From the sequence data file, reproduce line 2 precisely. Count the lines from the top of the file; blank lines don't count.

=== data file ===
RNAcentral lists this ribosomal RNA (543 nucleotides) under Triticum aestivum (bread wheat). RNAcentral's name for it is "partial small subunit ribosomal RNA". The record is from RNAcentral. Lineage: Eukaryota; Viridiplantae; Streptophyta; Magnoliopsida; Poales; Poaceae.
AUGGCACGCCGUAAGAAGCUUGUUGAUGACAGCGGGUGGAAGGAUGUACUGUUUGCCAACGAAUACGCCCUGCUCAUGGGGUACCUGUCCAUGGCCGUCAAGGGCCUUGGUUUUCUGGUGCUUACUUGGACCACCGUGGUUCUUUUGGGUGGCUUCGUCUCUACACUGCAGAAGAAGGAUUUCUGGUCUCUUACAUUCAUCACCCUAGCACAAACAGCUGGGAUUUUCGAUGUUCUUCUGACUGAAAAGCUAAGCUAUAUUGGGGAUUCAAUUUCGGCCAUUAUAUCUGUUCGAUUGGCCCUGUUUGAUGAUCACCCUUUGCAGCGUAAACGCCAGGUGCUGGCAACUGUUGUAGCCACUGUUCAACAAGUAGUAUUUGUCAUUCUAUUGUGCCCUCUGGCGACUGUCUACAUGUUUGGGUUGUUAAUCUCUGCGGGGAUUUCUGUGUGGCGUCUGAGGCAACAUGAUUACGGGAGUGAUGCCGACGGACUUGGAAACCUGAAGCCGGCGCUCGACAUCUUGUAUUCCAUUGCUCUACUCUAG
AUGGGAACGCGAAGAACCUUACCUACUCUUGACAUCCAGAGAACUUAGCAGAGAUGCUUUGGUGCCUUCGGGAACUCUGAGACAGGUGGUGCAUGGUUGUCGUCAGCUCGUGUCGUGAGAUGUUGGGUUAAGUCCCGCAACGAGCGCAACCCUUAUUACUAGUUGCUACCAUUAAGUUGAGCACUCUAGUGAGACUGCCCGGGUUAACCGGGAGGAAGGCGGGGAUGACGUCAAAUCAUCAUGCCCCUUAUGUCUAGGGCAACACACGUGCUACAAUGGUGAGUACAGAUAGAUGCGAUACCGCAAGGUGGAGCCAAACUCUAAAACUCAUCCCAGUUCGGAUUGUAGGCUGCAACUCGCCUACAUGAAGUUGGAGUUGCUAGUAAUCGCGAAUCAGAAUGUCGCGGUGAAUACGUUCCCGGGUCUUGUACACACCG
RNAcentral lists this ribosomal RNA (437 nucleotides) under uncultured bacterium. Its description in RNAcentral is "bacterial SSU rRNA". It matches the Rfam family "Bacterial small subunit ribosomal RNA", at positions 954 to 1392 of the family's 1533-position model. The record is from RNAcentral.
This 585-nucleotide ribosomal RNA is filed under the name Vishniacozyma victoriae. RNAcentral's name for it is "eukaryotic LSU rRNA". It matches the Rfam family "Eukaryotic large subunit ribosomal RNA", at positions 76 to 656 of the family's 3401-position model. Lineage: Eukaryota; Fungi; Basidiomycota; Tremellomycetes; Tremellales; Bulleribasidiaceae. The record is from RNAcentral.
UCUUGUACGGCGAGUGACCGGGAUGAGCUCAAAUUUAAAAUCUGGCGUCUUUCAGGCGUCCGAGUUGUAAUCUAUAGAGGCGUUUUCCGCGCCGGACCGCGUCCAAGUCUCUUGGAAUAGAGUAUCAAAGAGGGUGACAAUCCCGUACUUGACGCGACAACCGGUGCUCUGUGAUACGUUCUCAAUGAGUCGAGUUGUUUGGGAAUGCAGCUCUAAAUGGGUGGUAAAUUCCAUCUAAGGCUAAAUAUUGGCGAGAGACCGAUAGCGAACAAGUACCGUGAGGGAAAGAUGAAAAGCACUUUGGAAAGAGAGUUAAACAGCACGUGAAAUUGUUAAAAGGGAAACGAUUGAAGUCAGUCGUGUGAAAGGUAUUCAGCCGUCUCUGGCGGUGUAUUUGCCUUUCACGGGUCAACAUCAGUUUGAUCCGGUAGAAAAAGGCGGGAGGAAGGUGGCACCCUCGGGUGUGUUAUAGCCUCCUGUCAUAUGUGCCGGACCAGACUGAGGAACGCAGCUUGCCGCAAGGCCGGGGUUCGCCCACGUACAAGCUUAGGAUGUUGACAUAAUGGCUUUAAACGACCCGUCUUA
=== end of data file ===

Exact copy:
AUGGCACGCCGUAAGAAGCUUGUUGAUGACAGCGGGUGGAAGGAUGUACUGUUUGCCAACGAAUACGCCCUGCUCAUGGGGUACCUGUCCAUGGCCGUCAAGGGCCUUGGUUUUCUGGUGCUUACUUGGACCACCGUGGUUCUUUUGGGUGGCUUCGUCUCUACACUGCAGAAGAAGGAUUUCUGGUCUCUUACAUUCAUCACCCUAGCACAAACAGCUGGGAUUUUCGAUGUUCUUCUGACUGAAAAGCUAAGCUAUAUUGGGGAUUCAAUUUCGGCCAUUAUAUCUGUUCGAUUGGCCCUGUUUGAUGAUCACCCUUUGCAGCGUAAACGCCAGGUGCUGGCAACUGUUGUAGCCACUGUUCAACAAGUAGUAUUUGUCAUUCUAUUGUGCCCUCUGGCGACUGUCUACAUGUUUGGGUUGUUAAUCUCUGCGGGGAUUUCUGUGUGGCGUCUGAGGCAACAUGAUUACGGGAGUGAUGCCGACGGACUUGGAAACCUGAAGCCGGCGCUCGACAUCUUGUAUUCCAUUGCUCUACUCUAG